Project QUEST. Overview of Framework of Project QUEST The foundation of QUEST The importance of Progressions. The Instructional Core. STUDENT. "You don't change performance without changing the instructional core," states Professor Richard Elmore .
Overview of Framework of Project QUEST
The foundation of QUEST
The importance of Progressions
We begin with the end in mind – the learning destination
We begin with them – finding out what they know and need to learn
We listen, watch, and respond thoughtfully, we have a chance to see them in ways no one else might and they have the chance to see themselves that way
The best part of who they are and who they want to be is reflected in our eyes
It brings the Instructional Core to life!
Students learn at varying rates, and if a misconception in mathematics develops early, it may be carried from year to year and obstruct a student's progress.
To identify fallacies in students' preconceived ideas, "Uncovering Student Thinking in Mathematics" offers educators a powerful diagnostic technique in the form of field-tested assessment probes--brief, easily administered activities to determine students' thinking on core mathematical concepts.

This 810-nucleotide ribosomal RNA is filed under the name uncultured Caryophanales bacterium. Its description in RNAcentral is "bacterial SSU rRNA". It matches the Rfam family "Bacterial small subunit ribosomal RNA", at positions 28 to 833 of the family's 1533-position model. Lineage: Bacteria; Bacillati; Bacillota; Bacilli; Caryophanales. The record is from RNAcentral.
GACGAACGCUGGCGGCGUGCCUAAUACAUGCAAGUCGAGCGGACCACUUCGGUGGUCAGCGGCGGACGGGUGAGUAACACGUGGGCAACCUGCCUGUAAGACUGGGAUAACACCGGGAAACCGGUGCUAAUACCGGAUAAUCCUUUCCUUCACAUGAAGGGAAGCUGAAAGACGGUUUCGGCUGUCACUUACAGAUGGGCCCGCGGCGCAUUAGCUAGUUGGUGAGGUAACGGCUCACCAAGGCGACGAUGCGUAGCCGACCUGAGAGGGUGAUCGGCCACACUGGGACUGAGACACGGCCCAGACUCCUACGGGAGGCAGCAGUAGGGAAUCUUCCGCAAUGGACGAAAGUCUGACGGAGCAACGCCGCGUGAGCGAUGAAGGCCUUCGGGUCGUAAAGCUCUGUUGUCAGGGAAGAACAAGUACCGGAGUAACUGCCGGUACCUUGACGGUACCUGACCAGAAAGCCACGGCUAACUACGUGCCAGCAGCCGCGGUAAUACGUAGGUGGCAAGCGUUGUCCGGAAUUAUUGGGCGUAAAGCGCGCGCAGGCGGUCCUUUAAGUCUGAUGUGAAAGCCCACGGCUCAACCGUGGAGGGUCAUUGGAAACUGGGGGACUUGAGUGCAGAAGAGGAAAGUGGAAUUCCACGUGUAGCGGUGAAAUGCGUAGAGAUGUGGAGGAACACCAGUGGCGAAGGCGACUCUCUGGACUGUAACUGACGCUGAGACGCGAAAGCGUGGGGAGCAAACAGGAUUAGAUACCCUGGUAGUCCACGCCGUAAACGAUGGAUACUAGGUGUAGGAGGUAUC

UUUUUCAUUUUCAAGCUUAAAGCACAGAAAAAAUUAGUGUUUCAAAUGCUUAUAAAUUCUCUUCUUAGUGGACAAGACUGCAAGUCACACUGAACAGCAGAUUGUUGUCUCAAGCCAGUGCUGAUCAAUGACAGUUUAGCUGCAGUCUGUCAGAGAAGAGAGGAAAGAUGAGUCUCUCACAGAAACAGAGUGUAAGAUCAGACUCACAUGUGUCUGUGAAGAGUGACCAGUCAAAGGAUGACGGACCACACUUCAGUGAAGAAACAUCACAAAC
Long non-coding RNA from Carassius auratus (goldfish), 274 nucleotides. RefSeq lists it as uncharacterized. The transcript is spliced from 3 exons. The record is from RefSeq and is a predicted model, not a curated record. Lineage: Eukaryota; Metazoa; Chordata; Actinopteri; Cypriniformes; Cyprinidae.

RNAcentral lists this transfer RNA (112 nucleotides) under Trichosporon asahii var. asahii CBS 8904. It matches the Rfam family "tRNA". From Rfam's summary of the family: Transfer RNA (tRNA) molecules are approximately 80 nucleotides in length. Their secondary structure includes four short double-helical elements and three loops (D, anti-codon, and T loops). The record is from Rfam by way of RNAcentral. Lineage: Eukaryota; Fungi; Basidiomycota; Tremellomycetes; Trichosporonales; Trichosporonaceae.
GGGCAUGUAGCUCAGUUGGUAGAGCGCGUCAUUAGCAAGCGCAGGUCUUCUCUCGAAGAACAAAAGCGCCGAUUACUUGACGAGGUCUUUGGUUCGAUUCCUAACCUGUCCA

This resource combines standards, educational research findings, and practical craft knowledge to help teachers deliver informed instruction that strengthens all students' learning and achievement in mathematics.
Action research cycle – professional development strategy
The teacher notes, included with each probe, have been designed around the QUEST cycle
Designed to question students' conceptual knowledge and reveal common understandings and misunderstandings, the probes generate targeted information for modifying mathematics instruction, allowing teachers to build on students' existing knowledge and individually address their identified difficulties.
This handbook assists educators with: (1) 25 ready-to-use mathematical probes; (2) Teacher guides for implementing each probe at any grade level; and (3) Examples of typical obstacles and faulty thinking demonstrated by students.
Identify topic to be taught (content focus)
Select the specific concepts or ideas and identify the relevant research findings (content focus)
Focus on a concept or idea to address with a probe and identify related research findings. Focus on incorrect responses derived from cognitive research findings. (Student focus)
Choose the type of probe format that lends itself to the situation. Develop the stem, key and distracters that match developmental level of the students (Student focus)
Share with colleagues for constructive feedback, pilot with students, and modify as needed (Teacher focus)
Learning Goals and Success Criteria
Self and Peer Assessment
From Adding It Up: Helping Children Learn Mathematics, NRC, 2001.
Heritage, M. Formative Assessment and Next-Generation Assessment Systems: Are We Losing an Opportunity. National Center for Research on Evaluation, Standards, and Student Testing (CRESST).
Clearly articulate the key subconcepts or subskills that constitute progress toward the subcomponent of the standard.